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University backed in wrestling lawsuit


By Julia Ann Easley

A federal judge has ruled in favor of UC Davis in a Title IX case filed by four women who wanted to be on the intercollegiate wrestling team.

In an order issued April 23 in Sacramento, the court held that the plaintiffs in Mansourian v. Regents of the University of California failed to give the campus notice that they were making an allegation against the entire women's intercollegiate athletic program. The plaintiffs had changed the focus of their lawsuit to allege Title IX violations in the overall program after the court dismissed their claims pertaining to the wrestling team last October, finding them to be untimely.

Insufficient notice

In his 22-page ruling, U.S. District Judge Frank Damrell Jr. held that a complaint filed by the former students with the Office for Civil Rights in 2001 was not sufficient to give the campus notice of the broad-scale discrimination allegations they made in the lawsuit.

In noting that Title IX requires a complainant to provide notice to a school of an alleged violation so that it can resolve the issue, Damrell held "the court does not find that Congress intended to create an implied enforcement scheme that may impose greater liability, in the form of monetary damages potentially exceeding the level of federal funding, absent comparable conditions." In addressing the UC Davis case, he ruled "the evidence simply fails to establish that plaintiffs gave defendants notice of a Title IX claim for failing to provide enough athletic opportunities to female athletes."

The court did not address the women's specific allegations.

Damrell's ruling concerned the case's sole remaining claim, which was that the intercollegiate athletic program as a whole does not effectively accommodate the interests and abilities of female students.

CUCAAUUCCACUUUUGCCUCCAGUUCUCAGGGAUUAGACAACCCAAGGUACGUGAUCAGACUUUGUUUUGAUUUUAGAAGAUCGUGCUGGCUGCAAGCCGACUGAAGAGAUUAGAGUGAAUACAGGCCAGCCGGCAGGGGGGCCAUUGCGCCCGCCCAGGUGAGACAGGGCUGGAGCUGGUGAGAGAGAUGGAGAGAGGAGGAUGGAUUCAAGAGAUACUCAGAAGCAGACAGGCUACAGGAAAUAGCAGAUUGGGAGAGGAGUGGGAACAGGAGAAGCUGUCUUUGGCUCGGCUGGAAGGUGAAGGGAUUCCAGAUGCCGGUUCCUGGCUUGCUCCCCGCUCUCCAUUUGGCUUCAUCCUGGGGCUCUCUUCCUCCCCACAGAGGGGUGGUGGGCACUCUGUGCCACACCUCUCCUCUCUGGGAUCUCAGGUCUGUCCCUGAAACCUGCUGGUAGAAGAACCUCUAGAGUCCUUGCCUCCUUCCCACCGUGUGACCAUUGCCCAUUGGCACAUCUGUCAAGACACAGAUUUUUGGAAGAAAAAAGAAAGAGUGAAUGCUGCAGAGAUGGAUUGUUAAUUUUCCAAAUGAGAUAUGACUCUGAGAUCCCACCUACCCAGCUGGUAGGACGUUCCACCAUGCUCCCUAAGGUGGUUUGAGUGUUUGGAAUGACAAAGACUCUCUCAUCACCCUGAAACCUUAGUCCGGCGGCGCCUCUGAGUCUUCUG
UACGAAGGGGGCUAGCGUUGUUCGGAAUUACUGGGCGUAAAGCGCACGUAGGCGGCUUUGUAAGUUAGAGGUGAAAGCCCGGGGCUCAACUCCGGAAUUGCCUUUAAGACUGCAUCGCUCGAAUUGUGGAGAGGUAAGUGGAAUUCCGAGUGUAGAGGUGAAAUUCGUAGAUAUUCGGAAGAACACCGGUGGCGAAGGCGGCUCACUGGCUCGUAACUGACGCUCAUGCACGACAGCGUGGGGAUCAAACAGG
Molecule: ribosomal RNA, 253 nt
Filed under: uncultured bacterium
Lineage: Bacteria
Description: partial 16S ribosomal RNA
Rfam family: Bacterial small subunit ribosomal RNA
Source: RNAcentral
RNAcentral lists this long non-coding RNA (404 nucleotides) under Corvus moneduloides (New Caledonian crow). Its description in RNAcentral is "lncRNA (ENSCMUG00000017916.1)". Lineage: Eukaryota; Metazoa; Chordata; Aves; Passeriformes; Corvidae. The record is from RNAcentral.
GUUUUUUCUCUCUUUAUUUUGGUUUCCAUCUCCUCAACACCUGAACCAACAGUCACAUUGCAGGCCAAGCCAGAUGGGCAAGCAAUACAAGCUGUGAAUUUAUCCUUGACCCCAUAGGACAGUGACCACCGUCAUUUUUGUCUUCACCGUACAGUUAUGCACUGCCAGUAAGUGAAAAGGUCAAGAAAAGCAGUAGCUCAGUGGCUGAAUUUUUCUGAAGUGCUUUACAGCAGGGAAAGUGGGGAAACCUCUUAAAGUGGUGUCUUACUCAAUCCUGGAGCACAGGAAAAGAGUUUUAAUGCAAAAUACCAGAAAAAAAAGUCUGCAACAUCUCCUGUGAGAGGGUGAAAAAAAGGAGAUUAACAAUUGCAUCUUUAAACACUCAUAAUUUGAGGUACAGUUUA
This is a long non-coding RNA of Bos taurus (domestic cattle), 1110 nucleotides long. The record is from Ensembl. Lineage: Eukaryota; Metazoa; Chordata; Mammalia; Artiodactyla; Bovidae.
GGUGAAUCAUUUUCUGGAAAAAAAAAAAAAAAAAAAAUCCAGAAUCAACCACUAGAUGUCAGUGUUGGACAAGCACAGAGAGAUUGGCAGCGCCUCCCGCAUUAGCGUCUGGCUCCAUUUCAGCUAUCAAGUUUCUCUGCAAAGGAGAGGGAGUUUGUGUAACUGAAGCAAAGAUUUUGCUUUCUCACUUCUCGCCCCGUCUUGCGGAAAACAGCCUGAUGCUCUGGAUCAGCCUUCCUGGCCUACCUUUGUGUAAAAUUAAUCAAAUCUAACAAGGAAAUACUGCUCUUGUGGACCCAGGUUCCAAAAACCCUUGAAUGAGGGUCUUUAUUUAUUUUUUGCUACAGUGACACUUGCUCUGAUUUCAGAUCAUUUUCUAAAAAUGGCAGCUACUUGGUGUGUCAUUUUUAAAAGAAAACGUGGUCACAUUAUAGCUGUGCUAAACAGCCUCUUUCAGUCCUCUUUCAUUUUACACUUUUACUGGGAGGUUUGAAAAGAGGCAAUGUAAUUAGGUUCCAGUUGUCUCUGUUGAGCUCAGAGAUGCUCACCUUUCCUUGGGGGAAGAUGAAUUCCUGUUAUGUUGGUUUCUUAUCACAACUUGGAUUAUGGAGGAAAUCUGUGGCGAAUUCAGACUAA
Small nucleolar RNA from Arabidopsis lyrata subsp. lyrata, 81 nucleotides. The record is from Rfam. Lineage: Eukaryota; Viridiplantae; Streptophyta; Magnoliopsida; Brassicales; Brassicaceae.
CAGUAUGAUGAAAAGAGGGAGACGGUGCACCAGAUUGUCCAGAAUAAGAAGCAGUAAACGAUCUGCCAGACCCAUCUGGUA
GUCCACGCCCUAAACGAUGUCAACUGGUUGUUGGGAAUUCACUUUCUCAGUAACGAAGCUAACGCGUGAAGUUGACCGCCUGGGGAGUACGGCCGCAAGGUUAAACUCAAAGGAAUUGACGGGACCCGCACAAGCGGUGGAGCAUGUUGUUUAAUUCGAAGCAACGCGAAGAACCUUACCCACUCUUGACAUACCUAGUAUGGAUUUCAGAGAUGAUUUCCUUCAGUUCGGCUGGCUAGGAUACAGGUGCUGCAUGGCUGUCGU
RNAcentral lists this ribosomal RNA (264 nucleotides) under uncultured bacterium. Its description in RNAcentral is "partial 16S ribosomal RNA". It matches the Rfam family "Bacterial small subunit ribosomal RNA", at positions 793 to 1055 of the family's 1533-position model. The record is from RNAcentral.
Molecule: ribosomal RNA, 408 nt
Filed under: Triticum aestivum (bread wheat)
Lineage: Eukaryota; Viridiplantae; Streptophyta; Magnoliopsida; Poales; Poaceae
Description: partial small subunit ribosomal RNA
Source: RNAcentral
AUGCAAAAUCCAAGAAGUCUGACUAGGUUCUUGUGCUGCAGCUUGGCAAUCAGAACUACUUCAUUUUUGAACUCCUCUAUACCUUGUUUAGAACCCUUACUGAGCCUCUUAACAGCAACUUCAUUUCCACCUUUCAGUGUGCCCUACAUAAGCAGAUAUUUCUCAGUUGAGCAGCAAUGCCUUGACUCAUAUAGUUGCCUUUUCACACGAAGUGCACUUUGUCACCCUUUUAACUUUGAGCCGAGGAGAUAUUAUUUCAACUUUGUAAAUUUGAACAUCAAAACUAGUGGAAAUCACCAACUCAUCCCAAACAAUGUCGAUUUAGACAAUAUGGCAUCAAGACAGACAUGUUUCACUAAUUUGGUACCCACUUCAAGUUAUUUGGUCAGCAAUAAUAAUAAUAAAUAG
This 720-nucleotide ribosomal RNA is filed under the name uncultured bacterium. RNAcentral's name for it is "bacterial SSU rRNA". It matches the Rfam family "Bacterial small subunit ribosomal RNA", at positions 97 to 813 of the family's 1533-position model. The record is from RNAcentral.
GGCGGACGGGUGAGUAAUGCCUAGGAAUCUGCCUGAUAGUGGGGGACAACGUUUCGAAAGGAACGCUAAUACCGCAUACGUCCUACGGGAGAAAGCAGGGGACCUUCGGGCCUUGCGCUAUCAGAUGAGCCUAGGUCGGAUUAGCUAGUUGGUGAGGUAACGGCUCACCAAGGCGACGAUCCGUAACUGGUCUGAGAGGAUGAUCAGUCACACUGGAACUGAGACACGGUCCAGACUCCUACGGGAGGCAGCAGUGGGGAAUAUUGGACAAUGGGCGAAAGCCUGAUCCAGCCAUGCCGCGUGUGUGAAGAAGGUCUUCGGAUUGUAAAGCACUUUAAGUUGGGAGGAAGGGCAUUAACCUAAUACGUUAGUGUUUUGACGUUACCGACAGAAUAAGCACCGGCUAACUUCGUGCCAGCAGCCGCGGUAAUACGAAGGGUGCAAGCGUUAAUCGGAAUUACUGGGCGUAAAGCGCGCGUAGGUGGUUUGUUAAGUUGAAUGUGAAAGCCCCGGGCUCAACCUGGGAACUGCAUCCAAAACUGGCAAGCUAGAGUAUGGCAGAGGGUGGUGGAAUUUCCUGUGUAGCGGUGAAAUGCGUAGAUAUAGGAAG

"Judge Damrell's ruling is well reasoned and consistent with the overall purpose of Title IX," said attorney Nancy Sheehan of Porter Scott in Sacramento, who represented the university in the litigation. "While we strongly believe the court would have ruled in favor of the university on the remaining allegations, we understand that it was not necessary for Judge Damrell to reach those issues because of his ruling on the notice issue."

The Mansourian case was brought in December 2003 by four former students. The women objected to having to try out for the wrestling team under the same criteria as male students who wanted to be on the team. The Office for Civil Rights investigated their complaints about the wrestling team and found no violation of Title IX. The federal law prohibits sex discrimination in education programs, including athletic programs, at institutions receiving federal funding.

During the course of the lawsuit, the four women abandoned an attempt to have the suit certified as a class action. Last year, the court dismissed the claim that the women wrestlers were subjected to unequal treatment because of their gender. It also dismissed the claims asserted against five campus officials.

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